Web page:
Preparing calzone at home is a party. Division of tasks is even simpler and more fun. After the first batch you will even want to make more dough to create new fillings.


3 cups of wheat flour

1 ½ teaspoon of dry biological yeast (5 g)

1 teaspoon of salt

1 ¼ cup (tea) of filtered water

2 tablespoons of olive oil to grease the bowl


In a large bowl, mix the flour with the salt – it should have enough space for the dough to rise a lot when it is time to ferment.
In the bowl of an electric mixer, mix the yeast with the water until it dissolves.

Place the bowl in the mixer and, using the hook, gradually add the flour, beating at low speed until the flour absorbs all the water.

Add the oil and beat at medium speed to knead for about 6 minutes, or until the dough is very smooth and elastic – it will peel off the side of the bowl and form a ball on the hook of the mixer.

Grease the large bowl (where the flour was) with olive oil. With a silicone spatula transfer the dough to the greased bowl, cover with a cloth and let it rest for about 1 hour, until it grows and doubles in volume.

In the meantime, prepare the filling.



5 tomatoes

4 ½ cups of grated mozzarella (500 g)

1 tablespoon of oregano

1 tablespoon of olive oil

Freshly grounded salt and pepper

¼ cup (tea) of tomato sauce for pizza (or passata) to brush the dough

¼ cup (tea) of fine grated Parmesan cheese to sprinkle the dough

Wheat flour to sprinkle on the countertop


Wash, dry and cut the tomatoes in quarters, lengthwise.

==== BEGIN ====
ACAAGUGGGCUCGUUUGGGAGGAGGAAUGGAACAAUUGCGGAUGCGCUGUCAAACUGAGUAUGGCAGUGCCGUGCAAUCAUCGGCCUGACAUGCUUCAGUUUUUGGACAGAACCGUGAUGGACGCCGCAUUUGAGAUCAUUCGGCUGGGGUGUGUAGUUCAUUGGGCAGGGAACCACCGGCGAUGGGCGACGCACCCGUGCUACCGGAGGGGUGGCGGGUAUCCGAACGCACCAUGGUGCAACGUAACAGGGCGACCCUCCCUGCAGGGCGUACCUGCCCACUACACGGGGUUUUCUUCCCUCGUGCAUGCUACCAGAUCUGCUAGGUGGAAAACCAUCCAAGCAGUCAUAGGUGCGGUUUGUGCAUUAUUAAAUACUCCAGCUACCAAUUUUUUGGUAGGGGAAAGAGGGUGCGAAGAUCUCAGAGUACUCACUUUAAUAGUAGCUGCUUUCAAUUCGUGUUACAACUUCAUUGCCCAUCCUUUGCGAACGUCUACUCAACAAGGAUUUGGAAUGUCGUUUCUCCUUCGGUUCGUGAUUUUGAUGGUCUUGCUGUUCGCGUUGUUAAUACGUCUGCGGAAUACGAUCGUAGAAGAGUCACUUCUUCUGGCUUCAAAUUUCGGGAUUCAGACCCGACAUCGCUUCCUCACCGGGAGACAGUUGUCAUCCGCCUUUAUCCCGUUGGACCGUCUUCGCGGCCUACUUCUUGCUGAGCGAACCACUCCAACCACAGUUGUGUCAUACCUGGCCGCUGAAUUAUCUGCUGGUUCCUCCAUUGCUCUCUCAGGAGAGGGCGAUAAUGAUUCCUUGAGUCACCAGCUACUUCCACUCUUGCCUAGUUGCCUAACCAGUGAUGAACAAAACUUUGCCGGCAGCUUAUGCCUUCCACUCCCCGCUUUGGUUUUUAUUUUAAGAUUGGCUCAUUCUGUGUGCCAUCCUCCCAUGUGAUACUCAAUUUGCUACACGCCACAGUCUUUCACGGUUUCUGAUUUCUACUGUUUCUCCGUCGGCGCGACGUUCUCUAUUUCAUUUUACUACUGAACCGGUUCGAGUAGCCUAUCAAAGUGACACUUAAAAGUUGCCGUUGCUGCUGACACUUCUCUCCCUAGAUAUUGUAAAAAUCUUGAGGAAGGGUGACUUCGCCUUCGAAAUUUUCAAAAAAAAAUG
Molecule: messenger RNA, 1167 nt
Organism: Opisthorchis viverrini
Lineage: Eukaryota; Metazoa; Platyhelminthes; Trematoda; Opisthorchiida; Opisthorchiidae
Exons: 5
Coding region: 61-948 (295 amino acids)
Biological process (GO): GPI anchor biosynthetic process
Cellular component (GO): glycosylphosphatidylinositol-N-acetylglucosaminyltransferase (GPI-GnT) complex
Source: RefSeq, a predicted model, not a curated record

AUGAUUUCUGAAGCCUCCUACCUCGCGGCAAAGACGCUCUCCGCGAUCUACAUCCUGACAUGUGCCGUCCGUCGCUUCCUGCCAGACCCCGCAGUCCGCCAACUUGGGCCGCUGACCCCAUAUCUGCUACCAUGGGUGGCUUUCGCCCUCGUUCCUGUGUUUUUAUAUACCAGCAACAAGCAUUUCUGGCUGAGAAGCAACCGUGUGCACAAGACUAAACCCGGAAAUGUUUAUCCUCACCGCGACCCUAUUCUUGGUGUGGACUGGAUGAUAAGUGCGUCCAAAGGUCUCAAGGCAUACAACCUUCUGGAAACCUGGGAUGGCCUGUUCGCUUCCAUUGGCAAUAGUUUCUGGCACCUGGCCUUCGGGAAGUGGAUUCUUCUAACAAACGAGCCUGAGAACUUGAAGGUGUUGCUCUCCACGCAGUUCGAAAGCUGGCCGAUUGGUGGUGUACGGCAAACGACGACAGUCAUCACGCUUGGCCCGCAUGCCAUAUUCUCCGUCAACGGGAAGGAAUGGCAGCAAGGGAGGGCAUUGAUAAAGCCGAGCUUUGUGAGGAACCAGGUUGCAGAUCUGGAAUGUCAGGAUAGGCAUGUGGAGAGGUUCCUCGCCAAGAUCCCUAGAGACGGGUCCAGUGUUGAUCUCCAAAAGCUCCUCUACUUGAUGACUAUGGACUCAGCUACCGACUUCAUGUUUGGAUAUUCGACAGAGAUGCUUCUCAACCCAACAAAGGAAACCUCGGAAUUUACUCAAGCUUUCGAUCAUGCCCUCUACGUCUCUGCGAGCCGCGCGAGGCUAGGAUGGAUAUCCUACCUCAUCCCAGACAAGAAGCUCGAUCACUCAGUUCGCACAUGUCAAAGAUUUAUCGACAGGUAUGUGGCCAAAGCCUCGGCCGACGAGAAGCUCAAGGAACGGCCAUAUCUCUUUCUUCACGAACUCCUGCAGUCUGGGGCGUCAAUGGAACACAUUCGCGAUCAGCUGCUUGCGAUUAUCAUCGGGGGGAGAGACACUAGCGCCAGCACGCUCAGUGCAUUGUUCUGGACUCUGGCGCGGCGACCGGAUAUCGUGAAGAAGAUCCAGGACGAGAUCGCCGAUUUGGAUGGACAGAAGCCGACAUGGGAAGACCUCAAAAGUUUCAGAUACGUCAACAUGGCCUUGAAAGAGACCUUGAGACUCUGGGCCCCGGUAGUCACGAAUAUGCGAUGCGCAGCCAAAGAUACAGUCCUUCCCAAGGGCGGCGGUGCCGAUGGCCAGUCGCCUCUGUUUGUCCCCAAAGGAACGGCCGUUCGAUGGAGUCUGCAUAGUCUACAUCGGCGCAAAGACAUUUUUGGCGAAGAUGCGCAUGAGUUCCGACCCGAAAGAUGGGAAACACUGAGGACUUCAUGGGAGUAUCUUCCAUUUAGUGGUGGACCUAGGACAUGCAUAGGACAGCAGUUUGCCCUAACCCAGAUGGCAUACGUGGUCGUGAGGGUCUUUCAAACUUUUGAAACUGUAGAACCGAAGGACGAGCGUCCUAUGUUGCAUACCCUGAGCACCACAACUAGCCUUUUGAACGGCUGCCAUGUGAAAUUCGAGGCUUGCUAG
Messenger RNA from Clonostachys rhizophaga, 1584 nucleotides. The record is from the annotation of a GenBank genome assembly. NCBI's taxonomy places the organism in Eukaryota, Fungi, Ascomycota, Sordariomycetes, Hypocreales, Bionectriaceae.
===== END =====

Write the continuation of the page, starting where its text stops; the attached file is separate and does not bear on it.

Discard the seeds and cut each quarter into two strips. Slice the strips, diagonally, into 1.5 cm pieces.
Transfer the sliced ​​tomatoes to a bowl, season with olive oil, salt and pepper to taste – attention, try the mozzarella before seasoning the tomato with salt as some cheeses are more salty than others.

Add the grated mozzarella, oregano and mix well.

When there is 20 minutes to complete the dough growth time, preheat the oven to 240 ºC (high temperature). Separate a bowl with water – it will be used when closing the calzones.

Sprinkle the countertop with wheat flour.

Transfer the calzone dough to the countertop and, with your hands, gently shape it into a roll.

With a baker’s spatula (or knife), cut the dough into 8 portions and shape each one into a ball.
On a platter (or baking sheet) reserve 4 portions of dough, cover with the dish towel and refrigerate – so, if it is too hot, the dough does not excessively ferment while the first batch of calzones is assembled.

With the rolling pin, open a portion of the dough forming a disk about 20 cm in diameter – remember to always sprinkle the countertop with flour so that the dough does not stick.

Put about ⅔ cup (tea) of filling in one half of the disc. With the tip of your finger moisten the edges of the dough – this prevents the calzones from opening when it is time to bake.

Fold the dough in half, press gently to remove the air and tighten the edges tightly to close.

With your fingertips, fold and press the edges to close the calzone and give the typical recipe finish.

Transfer to a large baking sheet and repeat with the rest of the dough.

Brush each calzone with about ½ tablespoon of the tomato sauce and sprinkle with about ½ tablespoon of the grated Parmesan cheese.

Bake for about 15 minutes until the dough inflates and browns.

While the first one takes roast, assemble the other half of the calzones. Remove from the oven and serve next.

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The calzones can be frozen already baked for up to 3 months, individually wrapped in aluminum foil. To defrost: take it straight from the freezer to the oven preheated to 200 ºC for 15 minutes.


You can also freeze the dough. You can pack each portion individually with film and store in the refrigerator for 3 days or in the freezer for up to 1 month. To defrost, leave at room temperature for about 2 hours before using; if in the refrigerator, take 30 minutes before using.


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